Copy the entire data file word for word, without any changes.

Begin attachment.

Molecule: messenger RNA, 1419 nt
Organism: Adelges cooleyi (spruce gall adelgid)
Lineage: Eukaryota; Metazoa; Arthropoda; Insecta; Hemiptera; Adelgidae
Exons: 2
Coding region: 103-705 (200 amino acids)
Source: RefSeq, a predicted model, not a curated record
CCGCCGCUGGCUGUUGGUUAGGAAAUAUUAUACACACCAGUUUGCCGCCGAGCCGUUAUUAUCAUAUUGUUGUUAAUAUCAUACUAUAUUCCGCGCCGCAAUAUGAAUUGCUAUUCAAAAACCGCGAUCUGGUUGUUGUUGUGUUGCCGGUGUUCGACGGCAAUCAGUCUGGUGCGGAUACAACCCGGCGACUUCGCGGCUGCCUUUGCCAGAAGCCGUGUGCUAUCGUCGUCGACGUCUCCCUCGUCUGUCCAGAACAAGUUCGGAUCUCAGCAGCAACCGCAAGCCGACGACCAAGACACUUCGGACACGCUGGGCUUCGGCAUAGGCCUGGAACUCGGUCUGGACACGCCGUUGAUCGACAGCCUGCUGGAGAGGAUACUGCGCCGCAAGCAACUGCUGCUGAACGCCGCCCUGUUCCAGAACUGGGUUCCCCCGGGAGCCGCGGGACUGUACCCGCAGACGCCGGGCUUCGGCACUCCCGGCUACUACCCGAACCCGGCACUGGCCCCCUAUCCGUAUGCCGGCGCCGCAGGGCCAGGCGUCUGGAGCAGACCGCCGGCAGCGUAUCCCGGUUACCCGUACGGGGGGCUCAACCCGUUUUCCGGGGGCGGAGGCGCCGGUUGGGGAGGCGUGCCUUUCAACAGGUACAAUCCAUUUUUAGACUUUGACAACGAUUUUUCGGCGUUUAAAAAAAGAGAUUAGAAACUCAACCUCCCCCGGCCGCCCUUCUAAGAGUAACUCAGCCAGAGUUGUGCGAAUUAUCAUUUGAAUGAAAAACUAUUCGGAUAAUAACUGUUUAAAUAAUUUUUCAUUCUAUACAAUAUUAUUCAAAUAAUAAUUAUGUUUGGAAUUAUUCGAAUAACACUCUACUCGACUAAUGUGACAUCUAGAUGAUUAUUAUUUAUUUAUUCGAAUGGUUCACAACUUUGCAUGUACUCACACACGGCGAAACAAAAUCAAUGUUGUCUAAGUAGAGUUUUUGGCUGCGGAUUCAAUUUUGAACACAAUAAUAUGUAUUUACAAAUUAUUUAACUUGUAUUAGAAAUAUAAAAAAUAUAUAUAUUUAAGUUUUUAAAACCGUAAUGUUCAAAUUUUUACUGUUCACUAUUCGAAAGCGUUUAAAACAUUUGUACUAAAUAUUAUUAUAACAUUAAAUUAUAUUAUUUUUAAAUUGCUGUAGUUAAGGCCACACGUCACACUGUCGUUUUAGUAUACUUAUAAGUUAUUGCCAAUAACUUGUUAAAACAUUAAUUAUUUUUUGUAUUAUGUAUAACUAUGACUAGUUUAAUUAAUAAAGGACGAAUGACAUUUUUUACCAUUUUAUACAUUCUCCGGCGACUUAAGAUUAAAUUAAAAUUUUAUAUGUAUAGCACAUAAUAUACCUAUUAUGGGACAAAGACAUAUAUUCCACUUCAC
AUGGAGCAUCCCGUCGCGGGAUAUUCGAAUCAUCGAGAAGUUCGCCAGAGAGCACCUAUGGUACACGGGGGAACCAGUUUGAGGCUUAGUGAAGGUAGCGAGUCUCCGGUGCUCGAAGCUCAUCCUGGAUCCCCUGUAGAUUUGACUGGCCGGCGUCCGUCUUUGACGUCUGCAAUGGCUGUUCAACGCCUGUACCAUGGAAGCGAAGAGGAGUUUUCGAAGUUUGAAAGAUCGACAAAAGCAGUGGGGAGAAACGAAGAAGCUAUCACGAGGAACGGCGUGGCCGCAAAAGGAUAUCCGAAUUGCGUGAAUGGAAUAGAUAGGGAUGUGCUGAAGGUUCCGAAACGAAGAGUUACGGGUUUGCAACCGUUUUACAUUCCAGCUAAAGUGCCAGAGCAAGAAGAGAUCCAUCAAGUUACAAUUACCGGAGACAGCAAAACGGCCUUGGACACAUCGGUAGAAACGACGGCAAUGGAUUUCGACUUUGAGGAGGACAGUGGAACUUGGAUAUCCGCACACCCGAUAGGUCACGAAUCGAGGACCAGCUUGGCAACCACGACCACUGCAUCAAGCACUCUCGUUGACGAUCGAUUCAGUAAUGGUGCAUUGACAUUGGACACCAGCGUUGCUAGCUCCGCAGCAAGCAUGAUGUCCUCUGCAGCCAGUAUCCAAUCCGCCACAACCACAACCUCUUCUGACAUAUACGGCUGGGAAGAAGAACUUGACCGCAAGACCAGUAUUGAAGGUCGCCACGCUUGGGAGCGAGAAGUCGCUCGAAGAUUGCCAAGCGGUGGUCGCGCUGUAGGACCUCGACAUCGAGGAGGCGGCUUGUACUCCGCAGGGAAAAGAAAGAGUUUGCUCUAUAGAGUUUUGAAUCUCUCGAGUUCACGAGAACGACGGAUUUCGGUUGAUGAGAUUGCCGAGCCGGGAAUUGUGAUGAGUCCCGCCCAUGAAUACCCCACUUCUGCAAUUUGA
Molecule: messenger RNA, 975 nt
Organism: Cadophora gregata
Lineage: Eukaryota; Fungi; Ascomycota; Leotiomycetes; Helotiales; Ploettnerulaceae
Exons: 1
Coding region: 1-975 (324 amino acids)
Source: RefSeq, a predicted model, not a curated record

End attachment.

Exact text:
Molecule: messenger RNA, 1419 nt
Organism: Adelges cooleyi (spruce gall adelgid)
Lineage: Eukaryota; Metazoa; Arthropoda; Insecta; Hemiptera; Adelgidae
Exons: 2
Coding region: 103-705 (200 amino acids)
Source: RefSeq, a predicted model, not a curated record
CCGCCGCUGGCUGUUGGUUAGGAAAUAUUAUACACACCAGUUUGCCGCCGAGCCGUUAUUAUCAUAUUGUUGUUAAUAUCAUACUAUAUUCCGCGCCGCAAUAUGAAUUGCUAUUCAAAAACCGCGAUCUGGUUGUUGUUGUGUUGCCGGUGUUCGACGGCAAUCAGUCUGGUGCGGAUACAACCCGGCGACUUCGCGGCUGCCUUUGCCAGAAGCCGUGUGCUAUCGUCGUCGACGUCUCCCUCGUCUGUCCAGAACAAGUUCGGAUCUCAGCAGCAACCGCAAGCCGACGACCAAGACACUUCGGACACGCUGGGCUUCGGCAUAGGCCUGGAACUCGGUCUGGACACGCCGUUGAUCGACAGCCUGCUGGAGAGGAUACUGCGCCGCAAGCAACUGCUGCUGAACGCCGCCCUGUUCCAGAACUGGGUUCCCCCGGGAGCCGCGGGACUGUACCCGCAGACGCCGGGCUUCGGCACUCCCGGCUACUACCCGAACCCGGCACUGGCCCCCUAUCCGUAUGCCGGCGCCGCAGGGCCAGGCGUCUGGAGCAGACCGCCGGCAGCGUAUCCCGGUUACCCGUACGGGGGGCUCAACCCGUUUUCCGGGGGCGGAGGCGCCGGUUGGGGAGGCGUGCCUUUCAACAGGUACAAUCCAUUUUUAGACUUUGACAACGAUUUUUCGGCGUUUAAAAAAAGAGAUUAGAAACUCAACCUCCCCCGGCCGCCCUUCUAAGAGUAACUCAGCCAGAGUUGUGCGAAUUAUCAUUUGAAUGAAAAACUAUUCGGAUAAUAACUGUUUAAAUAAUUUUUCAUUCUAUACAAUAUUAUUCAAAUAAUAAUUAUGUUUGGAAUUAUUCGAAUAACACUCUACUCGACUAAUGUGACAUCUAGAUGAUUAUUAUUUAUUUAUUCGAAUGGUUCACAACUUUGCAUGUACUCACACACGGCGAAACAAAAUCAAUGUUGUCUAAGUAGAGUUUUUGGCUGCGGAUUCAAUUUUGAACACAAUAAUAUGUAUUUACAAAUUAUUUAACUUGUAUUAGAAAUAUAAAAAAUAUAUAUAUUUAAGUUUUUAAAACCGUAAUGUUCAAAUUUUUACUGUUCACUAUUCGAAAGCGUUUAAAACAUUUGUACUAAAUAUUAUUAUAACAUUAAAUUAUAUUAUUUUUAAAUUGCUGUAGUUAAGGCCACACGUCACACUGUCGUUUUAGUAUACUUAUAAGUUAUUGCCAAUAACUUGUUAAAACAUUAAUUAUUUUUUGUAUUAUGUAUAACUAUGACUAGUUUAAUUAAUAAAGGACGAAUGACAUUUUUUACCAUUUUAUACAUUCUCCGGCGACUUAAGAUUAAAUUAAAAUUUUAUAUGUAUAGCACAUAAUAUACCUAUUAUGGGACAAAGACAUAUAUUCCACUUCAC
AUGGAGCAUCCCGUCGCGGGAUAUUCGAAUCAUCGAGAAGUUCGCCAGAGAGCACCUAUGGUACACGGGGGAACCAGUUUGAGGCUUAGUGAAGGUAGCGAGUCUCCGGUGCUCGAAGCUCAUCCUGGAUCCCCUGUAGAUUUGACUGGCCGGCGUCCGUCUUUGACGUCUGCAAUGGCUGUUCAACGCCUGUACCAUGGAAGCGAAGAGGAGUUUUCGAAGUUUGAAAGAUCGACAAAAGCAGUGGGGAGAAACGAAGAAGCUAUCACGAGGAACGGCGUGGCCGCAAAAGGAUAUCCGAAUUGCGUGAAUGGAAUAGAUAGGGAUGUGCUGAAGGUUCCGAAACGAAGAGUUACGGGUUUGCAACCGUUUUACAUUCCAGCUAAAGUGCCAGAGCAAGAAGAGAUCCAUCAAGUUACAAUUACCGGAGACAGCAAAACGGCCUUGGACACAUCGGUAGAAACGACGGCAAUGGAUUUCGACUUUGAGGAGGACAGUGGAACUUGGAUAUCCGCACACCCGAUAGGUCACGAAUCGAGGACCAGCUUGGCAACCACGACCACUGCAUCAAGCACUCUCGUUGACGAUCGAUUCAGUAAUGGUGCAUUGACAUUGGACACCAGCGUUGCUAGCUCCGCAGCAAGCAUGAUGUCCUCUGCAGCCAGUAUCCAAUCCGCCACAACCACAACCUCUUCUGACAUAUACGGCUGGGAAGAAGAACUUGACCGCAAGACCAGUAUUGAAGGUCGCCACGCUUGGGAGCGAGAAGUCGCUCGAAGAUUGCCAAGCGGUGGUCGCGCUGUAGGACCUCGACAUCGAGGAGGCGGCUUGUACUCCGCAGGGAAAAGAAAGAGUUUGCUCUAUAGAGUUUUGAAUCUCUCGAGUUCACGAGAACGACGGAUUUCGGUUGAUGAGAUUGCCGAGCCGGGAAUUGUGAUGAGUCCCGCCCAUGAAUACCCCACUUCUGCAAUUUGA
Molecule: messenger RNA, 975 nt
Organism: Cadophora gregata
Lineage: Eukaryota; Fungi; Ascomycota; Leotiomycetes; Helotiales; Ploettnerulaceae
Exons: 1
Coding region: 1-975 (324 amino acids)
Source: RefSeq, a predicted model, not a curated record